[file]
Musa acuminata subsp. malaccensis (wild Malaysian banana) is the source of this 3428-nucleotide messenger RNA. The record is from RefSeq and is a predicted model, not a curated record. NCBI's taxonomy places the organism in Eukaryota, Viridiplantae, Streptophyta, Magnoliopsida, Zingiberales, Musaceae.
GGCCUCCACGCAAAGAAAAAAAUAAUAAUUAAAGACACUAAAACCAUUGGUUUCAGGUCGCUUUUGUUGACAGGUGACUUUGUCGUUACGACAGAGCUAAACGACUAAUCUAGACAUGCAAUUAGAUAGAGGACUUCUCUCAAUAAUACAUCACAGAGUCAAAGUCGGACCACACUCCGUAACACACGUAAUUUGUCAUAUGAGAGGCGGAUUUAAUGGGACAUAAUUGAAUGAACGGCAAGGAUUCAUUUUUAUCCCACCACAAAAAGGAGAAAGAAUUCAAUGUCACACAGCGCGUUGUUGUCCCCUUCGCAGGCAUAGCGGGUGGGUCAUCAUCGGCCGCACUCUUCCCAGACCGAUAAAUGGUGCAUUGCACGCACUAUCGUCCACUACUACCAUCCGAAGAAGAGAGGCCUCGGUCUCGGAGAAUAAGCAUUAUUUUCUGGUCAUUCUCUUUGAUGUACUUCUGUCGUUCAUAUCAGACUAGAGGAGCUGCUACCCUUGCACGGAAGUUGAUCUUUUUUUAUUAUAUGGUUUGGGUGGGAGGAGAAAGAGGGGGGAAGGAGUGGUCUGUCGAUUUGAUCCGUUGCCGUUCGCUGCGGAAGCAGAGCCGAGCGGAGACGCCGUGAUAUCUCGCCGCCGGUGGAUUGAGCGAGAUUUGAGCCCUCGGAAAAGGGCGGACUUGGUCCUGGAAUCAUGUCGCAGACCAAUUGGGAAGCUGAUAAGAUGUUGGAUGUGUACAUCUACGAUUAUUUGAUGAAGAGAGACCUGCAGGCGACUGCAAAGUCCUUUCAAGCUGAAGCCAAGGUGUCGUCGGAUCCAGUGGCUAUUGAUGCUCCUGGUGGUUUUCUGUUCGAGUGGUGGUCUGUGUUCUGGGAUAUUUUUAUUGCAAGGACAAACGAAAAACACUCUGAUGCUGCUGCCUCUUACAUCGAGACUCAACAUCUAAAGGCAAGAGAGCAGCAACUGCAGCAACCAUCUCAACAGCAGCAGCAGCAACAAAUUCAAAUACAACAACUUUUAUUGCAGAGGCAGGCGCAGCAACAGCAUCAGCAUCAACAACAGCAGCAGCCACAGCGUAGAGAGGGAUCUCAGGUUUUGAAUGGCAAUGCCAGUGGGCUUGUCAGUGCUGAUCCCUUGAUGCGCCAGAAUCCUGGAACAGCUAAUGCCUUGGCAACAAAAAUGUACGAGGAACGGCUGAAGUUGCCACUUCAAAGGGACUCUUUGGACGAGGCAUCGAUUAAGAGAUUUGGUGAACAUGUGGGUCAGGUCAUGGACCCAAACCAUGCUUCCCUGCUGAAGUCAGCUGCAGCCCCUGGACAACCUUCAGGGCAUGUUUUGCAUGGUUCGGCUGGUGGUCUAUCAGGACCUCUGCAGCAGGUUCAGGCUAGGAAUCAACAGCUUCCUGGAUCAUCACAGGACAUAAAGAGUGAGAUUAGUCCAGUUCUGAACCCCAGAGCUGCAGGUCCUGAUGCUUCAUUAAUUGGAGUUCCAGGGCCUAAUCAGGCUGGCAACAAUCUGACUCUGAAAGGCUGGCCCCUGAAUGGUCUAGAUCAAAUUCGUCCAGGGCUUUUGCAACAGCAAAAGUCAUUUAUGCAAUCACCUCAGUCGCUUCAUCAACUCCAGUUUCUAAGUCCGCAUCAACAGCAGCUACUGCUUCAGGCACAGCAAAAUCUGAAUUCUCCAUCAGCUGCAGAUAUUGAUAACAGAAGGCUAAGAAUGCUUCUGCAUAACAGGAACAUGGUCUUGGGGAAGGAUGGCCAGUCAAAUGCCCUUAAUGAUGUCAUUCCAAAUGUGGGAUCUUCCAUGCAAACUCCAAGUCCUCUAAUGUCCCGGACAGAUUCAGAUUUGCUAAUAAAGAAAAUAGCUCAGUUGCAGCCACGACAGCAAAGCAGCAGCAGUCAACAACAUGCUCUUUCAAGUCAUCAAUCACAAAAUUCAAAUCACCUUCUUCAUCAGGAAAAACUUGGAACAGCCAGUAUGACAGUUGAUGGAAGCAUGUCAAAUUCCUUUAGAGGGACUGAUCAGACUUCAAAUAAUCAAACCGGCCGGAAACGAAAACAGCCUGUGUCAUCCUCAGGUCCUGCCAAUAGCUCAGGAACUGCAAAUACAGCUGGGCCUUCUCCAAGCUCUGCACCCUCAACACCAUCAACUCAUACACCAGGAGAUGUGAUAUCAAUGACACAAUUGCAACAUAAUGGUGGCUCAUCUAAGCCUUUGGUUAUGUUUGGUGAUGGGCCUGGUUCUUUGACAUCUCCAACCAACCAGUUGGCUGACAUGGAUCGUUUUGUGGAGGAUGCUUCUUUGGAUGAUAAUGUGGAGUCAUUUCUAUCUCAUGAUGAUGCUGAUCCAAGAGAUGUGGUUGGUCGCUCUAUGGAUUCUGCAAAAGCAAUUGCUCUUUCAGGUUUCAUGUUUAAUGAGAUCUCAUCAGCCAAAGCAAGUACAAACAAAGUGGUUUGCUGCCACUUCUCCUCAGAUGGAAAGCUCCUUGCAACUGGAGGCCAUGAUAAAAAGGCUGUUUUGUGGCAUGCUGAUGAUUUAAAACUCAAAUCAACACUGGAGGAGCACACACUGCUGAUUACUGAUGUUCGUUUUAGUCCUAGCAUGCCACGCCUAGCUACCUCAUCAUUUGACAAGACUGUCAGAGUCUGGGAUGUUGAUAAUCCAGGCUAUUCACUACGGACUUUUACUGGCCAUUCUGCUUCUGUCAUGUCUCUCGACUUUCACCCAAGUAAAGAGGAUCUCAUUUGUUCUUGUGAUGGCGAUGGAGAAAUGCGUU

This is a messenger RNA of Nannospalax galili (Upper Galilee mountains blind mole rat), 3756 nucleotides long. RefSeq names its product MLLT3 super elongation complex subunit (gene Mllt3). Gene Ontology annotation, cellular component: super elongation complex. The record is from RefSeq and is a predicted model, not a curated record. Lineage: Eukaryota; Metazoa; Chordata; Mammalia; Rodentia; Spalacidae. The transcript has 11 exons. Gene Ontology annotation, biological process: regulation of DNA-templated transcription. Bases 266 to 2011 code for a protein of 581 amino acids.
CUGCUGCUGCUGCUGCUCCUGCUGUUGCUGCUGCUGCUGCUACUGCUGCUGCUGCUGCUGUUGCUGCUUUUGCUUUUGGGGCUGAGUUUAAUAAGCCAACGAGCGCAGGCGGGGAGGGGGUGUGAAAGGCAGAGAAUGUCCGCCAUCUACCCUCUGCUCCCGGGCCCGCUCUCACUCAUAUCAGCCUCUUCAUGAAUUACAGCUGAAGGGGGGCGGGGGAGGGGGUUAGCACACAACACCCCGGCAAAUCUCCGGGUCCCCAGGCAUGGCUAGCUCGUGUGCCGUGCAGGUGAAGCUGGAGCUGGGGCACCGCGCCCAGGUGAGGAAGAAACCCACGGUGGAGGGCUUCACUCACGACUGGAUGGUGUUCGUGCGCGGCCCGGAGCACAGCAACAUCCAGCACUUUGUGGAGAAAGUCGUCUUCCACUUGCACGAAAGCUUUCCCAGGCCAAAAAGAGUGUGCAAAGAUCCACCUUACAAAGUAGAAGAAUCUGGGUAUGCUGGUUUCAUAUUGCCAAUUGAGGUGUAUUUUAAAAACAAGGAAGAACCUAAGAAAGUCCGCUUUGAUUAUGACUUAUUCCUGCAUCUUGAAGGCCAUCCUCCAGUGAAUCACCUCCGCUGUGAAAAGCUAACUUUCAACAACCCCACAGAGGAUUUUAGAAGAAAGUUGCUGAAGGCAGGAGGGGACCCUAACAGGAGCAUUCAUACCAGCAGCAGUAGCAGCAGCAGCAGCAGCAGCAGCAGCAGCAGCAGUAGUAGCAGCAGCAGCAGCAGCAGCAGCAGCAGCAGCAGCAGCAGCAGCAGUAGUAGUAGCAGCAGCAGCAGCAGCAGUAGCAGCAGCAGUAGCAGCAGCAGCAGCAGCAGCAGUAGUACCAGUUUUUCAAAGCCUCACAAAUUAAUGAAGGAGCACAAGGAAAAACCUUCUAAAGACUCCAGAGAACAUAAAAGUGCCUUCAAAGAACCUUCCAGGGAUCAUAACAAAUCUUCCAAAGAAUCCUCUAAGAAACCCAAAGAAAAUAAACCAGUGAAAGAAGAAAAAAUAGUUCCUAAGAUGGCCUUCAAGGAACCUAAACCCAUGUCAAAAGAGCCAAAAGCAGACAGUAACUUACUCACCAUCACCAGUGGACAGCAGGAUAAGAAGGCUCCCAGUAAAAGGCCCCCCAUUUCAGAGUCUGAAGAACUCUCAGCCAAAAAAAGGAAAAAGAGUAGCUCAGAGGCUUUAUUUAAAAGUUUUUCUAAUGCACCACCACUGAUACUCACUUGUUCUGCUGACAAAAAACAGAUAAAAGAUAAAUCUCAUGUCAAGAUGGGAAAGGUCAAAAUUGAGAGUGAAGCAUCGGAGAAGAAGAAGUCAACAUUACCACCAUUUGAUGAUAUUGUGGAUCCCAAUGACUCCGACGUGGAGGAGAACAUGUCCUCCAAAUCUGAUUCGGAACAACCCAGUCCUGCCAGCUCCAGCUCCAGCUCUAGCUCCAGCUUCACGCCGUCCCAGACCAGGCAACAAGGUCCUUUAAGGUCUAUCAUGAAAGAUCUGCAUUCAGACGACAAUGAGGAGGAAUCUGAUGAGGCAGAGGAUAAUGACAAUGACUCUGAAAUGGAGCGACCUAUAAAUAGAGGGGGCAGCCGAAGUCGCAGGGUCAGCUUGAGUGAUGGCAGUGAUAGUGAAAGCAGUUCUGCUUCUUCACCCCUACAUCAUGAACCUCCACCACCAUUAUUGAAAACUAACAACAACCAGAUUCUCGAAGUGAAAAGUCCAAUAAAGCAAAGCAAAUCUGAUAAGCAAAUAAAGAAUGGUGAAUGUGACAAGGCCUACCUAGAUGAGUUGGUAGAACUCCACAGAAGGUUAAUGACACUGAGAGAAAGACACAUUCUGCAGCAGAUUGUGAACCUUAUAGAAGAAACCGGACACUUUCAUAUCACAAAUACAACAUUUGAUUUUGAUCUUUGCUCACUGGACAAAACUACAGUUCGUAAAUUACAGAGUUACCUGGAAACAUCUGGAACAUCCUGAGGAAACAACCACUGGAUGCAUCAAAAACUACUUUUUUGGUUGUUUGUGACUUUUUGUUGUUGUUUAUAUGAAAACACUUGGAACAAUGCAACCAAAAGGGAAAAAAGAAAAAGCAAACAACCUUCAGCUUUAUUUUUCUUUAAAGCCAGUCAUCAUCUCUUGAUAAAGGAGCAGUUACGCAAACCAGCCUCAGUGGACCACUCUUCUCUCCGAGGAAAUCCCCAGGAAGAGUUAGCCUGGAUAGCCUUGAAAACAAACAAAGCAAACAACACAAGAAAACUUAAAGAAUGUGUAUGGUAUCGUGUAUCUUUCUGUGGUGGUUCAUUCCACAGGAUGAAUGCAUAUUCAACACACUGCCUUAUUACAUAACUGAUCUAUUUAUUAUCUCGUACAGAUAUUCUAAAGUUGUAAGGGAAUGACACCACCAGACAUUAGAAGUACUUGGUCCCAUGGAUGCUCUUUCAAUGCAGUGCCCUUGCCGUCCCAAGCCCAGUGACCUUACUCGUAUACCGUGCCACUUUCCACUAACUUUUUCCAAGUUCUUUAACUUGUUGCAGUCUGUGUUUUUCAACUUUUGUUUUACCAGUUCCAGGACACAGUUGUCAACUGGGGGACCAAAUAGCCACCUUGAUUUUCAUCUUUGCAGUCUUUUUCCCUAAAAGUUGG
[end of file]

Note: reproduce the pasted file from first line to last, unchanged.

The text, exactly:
Musa acuminata subsp. malaccensis (wild Malaysian banana) is the source of this 3428-nucleotide messenger RNA. The record is from RefSeq and is a predicted model, not a curated record. NCBI's taxonomy places the organism in Eukaryota, Viridiplantae, Streptophyta, Magnoliopsida, Zingiberales, Musaceae.
GGCCUCCACGCAAAGAAAAAAAUAAUAAUUAAAGACACUAAAACCAUUGGUUUCAGGUCGCUUUUGUUGACAGGUGACUUUGUCGUUACGACAGAGCUAAACGACUAAUCUAGACAUGCAAUUAGAUAGAGGACUUCUCUCAAUAAUACAUCACAGAGUCAAAGUCGGACCACACUCCGUAACACACGUAAUUUGUCAUAUGAGAGGCGGAUUUAAUGGGACAUAAUUGAAUGAACGGCAAGGAUUCAUUUUUAUCCCACCACAAAAAGGAGAAAGAAUUCAAUGUCACACAGCGCGUUGUUGUCCCCUUCGCAGGCAUAGCGGGUGGGUCAUCAUCGGCCGCACUCUUCCCAGACCGAUAAAUGGUGCAUUGCACGCACUAUCGUCCACUACUACCAUCCGAAGAAGAGAGGCCUCGGUCUCGGAGAAUAAGCAUUAUUUUCUGGUCAUUCUCUUUGAUGUACUUCUGUCGUUCAUAUCAGACUAGAGGAGCUGCUACCCUUGCACGGAAGUUGAUCUUUUUUUAUUAUAUGGUUUGGGUGGGAGGAGAAAGAGGGGGGAAGGAGUGGUCUGUCGAUUUGAUCCGUUGCCGUUCGCUGCGGAAGCAGAGCCGAGCGGAGACGCCGUGAUAUCUCGCCGCCGGUGGAUUGAGCGAGAUUUGAGCCCUCGGAAAAGGGCGGACUUGGUCCUGGAAUCAUGUCGCAGACCAAUUGGGAAGCUGAUAAGAUGUUGGAUGUGUACAUCUACGAUUAUUUGAUGAAGAGAGACCUGCAGGCGACUGCAAAGUCCUUUCAAGCUGAAGCCAAGGUGUCGUCGGAUCCAGUGGCUAUUGAUGCUCCUGGUGGUUUUCUGUUCGAGUGGUGGUCUGUGUUCUGGGAUAUUUUUAUUGCAAGGACAAACGAAAAACACUCUGAUGCUGCUGCCUCUUACAUCGAGACUCAACAUCUAAAGGCAAGAGAGCAGCAACUGCAGCAACCAUCUCAACAGCAGCAGCAGCAACAAAUUCAAAUACAACAACUUUUAUUGCAGAGGCAGGCGCAGCAACAGCAUCAGCAUCAACAACAGCAGCAGCCACAGCGUAGAGAGGGAUCUCAGGUUUUGAAUGGCAAUGCCAGUGGGCUUGUCAGUGCUGAUCCCUUGAUGCGCCAGAAUCCUGGAACAGCUAAUGCCUUGGCAACAAAAAUGUACGAGGAACGGCUGAAGUUGCCACUUCAAAGGGACUCUUUGGACGAGGCAUCGAUUAAGAGAUUUGGUGAACAUGUGGGUCAGGUCAUGGACCCAAACCAUGCUUCCCUGCUGAAGUCAGCUGCAGCCCCUGGACAACCUUCAGGGCAUGUUUUGCAUGGUUCGGCUGGUGGUCUAUCAGGACCUCUGCAGCAGGUUCAGGCUAGGAAUCAACAGCUUCCUGGAUCAUCACAGGACAUAAAGAGUGAGAUUAGUCCAGUUCUGAACCCCAGAGCUGCAGGUCCUGAUGCUUCAUUAAUUGGAGUUCCAGGGCCUAAUCAGGCUGGCAACAAUCUGACUCUGAAAGGCUGGCCCCUGAAUGGUCUAGAUCAAAUUCGUCCAGGGCUUUUGCAACAGCAAAAGUCAUUUAUGCAAUCACCUCAGUCGCUUCAUCAACUCCAGUUUCUAAGUCCGCAUCAACAGCAGCUACUGCUUCAGGCACAGCAAAAUCUGAAUUCUCCAUCAGCUGCAGAUAUUGAUAACAGAAGGCUAAGAAUGCUUCUGCAUAACAGGAACAUGGUCUUGGGGAAGGAUGGCCAGUCAAAUGCCCUUAAUGAUGUCAUUCCAAAUGUGGGAUCUUCCAUGCAAACUCCAAGUCCUCUAAUGUCCCGGACAGAUUCAGAUUUGCUAAUAAAGAAAAUAGCUCAGUUGCAGCCACGACAGCAAAGCAGCAGCAGUCAACAACAUGCUCUUUCAAGUCAUCAAUCACAAAAUUCAAAUCACCUUCUUCAUCAGGAAAAACUUGGAACAGCCAGUAUGACAGUUGAUGGAAGCAUGUCAAAUUCCUUUAGAGGGACUGAUCAGACUUCAAAUAAUCAAACCGGCCGGAAACGAAAACAGCCUGUGUCAUCCUCAGGUCCUGCCAAUAGCUCAGGAACUGCAAAUACAGCUGGGCCUUCUCCAAGCUCUGCACCCUCAACACCAUCAACUCAUACACCAGGAGAUGUGAUAUCAAUGACACAAUUGCAACAUAAUGGUGGCUCAUCUAAGCCUUUGGUUAUGUUUGGUGAUGGGCCUGGUUCUUUGACAUCUCCAACCAACCAGUUGGCUGACAUGGAUCGUUUUGUGGAGGAUGCUUCUUUGGAUGAUAAUGUGGAGUCAUUUCUAUCUCAUGAUGAUGCUGAUCCAAGAGAUGUGGUUGGUCGCUCUAUGGAUUCUGCAAAAGCAAUUGCUCUUUCAGGUUUCAUGUUUAAUGAGAUCUCAUCAGCCAAAGCAAGUACAAACAAAGUGGUUUGCUGCCACUUCUCCUCAGAUGGAAAGCUCCUUGCAACUGGAGGCCAUGAUAAAAAGGCUGUUUUGUGGCAUGCUGAUGAUUUAAAACUCAAAUCAACACUGGAGGAGCACACACUGCUGAUUACUGAUGUUCGUUUUAGUCCUAGCAUGCCACGCCUAGCUACCUCAUCAUUUGACAAGACUGUCAGAGUCUGGGAUGUUGAUAAUCCAGGCUAUUCACUACGGACUUUUACUGGCCAUUCUGCUUCUGUCAUGUCUCUCGACUUUCACCCAAGUAAAGAGGAUCUCAUUUGUUCUUGUGAUGGCGAUGGAGAAAUGCGUU

This is a messenger RNA of Nannospalax galili (Upper Galilee mountains blind mole rat), 3756 nucleotides long. RefSeq names its product MLLT3 super elongation complex subunit (gene Mllt3). Gene Ontology annotation, cellular component: super elongation complex. The record is from RefSeq and is a predicted model, not a curated record. Lineage: Eukaryota; Metazoa; Chordata; Mammalia; Rodentia; Spalacidae. The transcript has 11 exons. Gene Ontology annotation, biological process: regulation of DNA-templated transcription. Bases 266 to 2011 code for a protein of 581 amino acids.
CUGCUGCUGCUGCUGCUCCUGCUGUUGCUGCUGCUGCUGCUACUGCUGCUGCUGCUGCUGUUGCUGCUUUUGCUUUUGGGGCUGAGUUUAAUAAGCCAACGAGCGCAGGCGGGGAGGGGGUGUGAAAGGCAGAGAAUGUCCGCCAUCUACCCUCUGCUCCCGGGCCCGCUCUCACUCAUAUCAGCCUCUUCAUGAAUUACAGCUGAAGGGGGGCGGGGGAGGGGGUUAGCACACAACACCCCGGCAAAUCUCCGGGUCCCCAGGCAUGGCUAGCUCGUGUGCCGUGCAGGUGAAGCUGGAGCUGGGGCACCGCGCCCAGGUGAGGAAGAAACCCACGGUGGAGGGCUUCACUCACGACUGGAUGGUGUUCGUGCGCGGCCCGGAGCACAGCAACAUCCAGCACUUUGUGGAGAAAGUCGUCUUCCACUUGCACGAAAGCUUUCCCAGGCCAAAAAGAGUGUGCAAAGAUCCACCUUACAAAGUAGAAGAAUCUGGGUAUGCUGGUUUCAUAUUGCCAAUUGAGGUGUAUUUUAAAAACAAGGAAGAACCUAAGAAAGUCCGCUUUGAUUAUGACUUAUUCCUGCAUCUUGAAGGCCAUCCUCCAGUGAAUCACCUCCGCUGUGAAAAGCUAACUUUCAACAACCCCACAGAGGAUUUUAGAAGAAAGUUGCUGAAGGCAGGAGGGGACCCUAACAGGAGCAUUCAUACCAGCAGCAGUAGCAGCAGCAGCAGCAGCAGCAGCAGCAGCAGCAGUAGUAGCAGCAGCAGCAGCAGCAGCAGCAGCAGCAGCAGCAGCAGCAGCAGUAGUAGUAGCAGCAGCAGCAGCAGCAGUAGCAGCAGCAGUAGCAGCAGCAGCAGCAGCAGCAGUAGUACCAGUUUUUCAAAGCCUCACAAAUUAAUGAAGGAGCACAAGGAAAAACCUUCUAAAGACUCCAGAGAACAUAAAAGUGCCUUCAAAGAACCUUCCAGGGAUCAUAACAAAUCUUCCAAAGAAUCCUCUAAGAAACCCAAAGAAAAUAAACCAGUGAAAGAAGAAAAAAUAGUUCCUAAGAUGGCCUUCAAGGAACCUAAACCCAUGUCAAAAGAGCCAAAAGCAGACAGUAACUUACUCACCAUCACCAGUGGACAGCAGGAUAAGAAGGCUCCCAGUAAAAGGCCCCCCAUUUCAGAGUCUGAAGAACUCUCAGCCAAAAAAAGGAAAAAGAGUAGCUCAGAGGCUUUAUUUAAAAGUUUUUCUAAUGCACCACCACUGAUACUCACUUGUUCUGCUGACAAAAAACAGAUAAAAGAUAAAUCUCAUGUCAAGAUGGGAAAGGUCAAAAUUGAGAGUGAAGCAUCGGAGAAGAAGAAGUCAACAUUACCACCAUUUGAUGAUAUUGUGGAUCCCAAUGACUCCGACGUGGAGGAGAACAUGUCCUCCAAAUCUGAUUCGGAACAACCCAGUCCUGCCAGCUCCAGCUCCAGCUCUAGCUCCAGCUUCACGCCGUCCCAGACCAGGCAACAAGGUCCUUUAAGGUCUAUCAUGAAAGAUCUGCAUUCAGACGACAAUGAGGAGGAAUCUGAUGAGGCAGAGGAUAAUGACAAUGACUCUGAAAUGGAGCGACCUAUAAAUAGAGGGGGCAGCCGAAGUCGCAGGGUCAGCUUGAGUGAUGGCAGUGAUAGUGAAAGCAGUUCUGCUUCUUCACCCCUACAUCAUGAACCUCCACCACCAUUAUUGAAAACUAACAACAACCAGAUUCUCGAAGUGAAAAGUCCAAUAAAGCAAAGCAAAUCUGAUAAGCAAAUAAAGAAUGGUGAAUGUGACAAGGCCUACCUAGAUGAGUUGGUAGAACUCCACAGAAGGUUAAUGACACUGAGAGAAAGACACAUUCUGCAGCAGAUUGUGAACCUUAUAGAAGAAACCGGACACUUUCAUAUCACAAAUACAACAUUUGAUUUUGAUCUUUGCUCACUGGACAAAACUACAGUUCGUAAAUUACAGAGUUACCUGGAAACAUCUGGAACAUCCUGAGGAAACAACCACUGGAUGCAUCAAAAACUACUUUUUUGGUUGUUUGUGACUUUUUGUUGUUGUUUAUAUGAAAACACUUGGAACAAUGCAACCAAAAGGGAAAAAAGAAAAAGCAAACAACCUUCAGCUUUAUUUUUCUUUAAAGCCAGUCAUCAUCUCUUGAUAAAGGAGCAGUUACGCAAACCAGCCUCAGUGGACCACUCUUCUCUCCGAGGAAAUCCCCAGGAAGAGUUAGCCUGGAUAGCCUUGAAAACAAACAAAGCAAACAACACAAGAAAACUUAAAGAAUGUGUAUGGUAUCGUGUAUCUUUCUGUGGUGGUUCAUUCCACAGGAUGAAUGCAUAUUCAACACACUGCCUUAUUACAUAACUGAUCUAUUUAUUAUCUCGUACAGAUAUUCUAAAGUUGUAAGGGAAUGACACCACCAGACAUUAGAAGUACUUGGUCCCAUGGAUGCUCUUUCAAUGCAGUGCCCUUGCCGUCCCAAGCCCAGUGACCUUACUCGUAUACCGUGCCACUUUCCACUAACUUUUUCCAAGUUCUUUAACUUGUUGCAGUCUGUGUUUUUCAACUUUUGUUUUACCAGUUCCAGGACACAGUUGUCAACUGGGGGACCAAAUAGCCACCUUGAUUUUCAUCUUUGCAGUCUUUUUCCCUAAAAGUUGG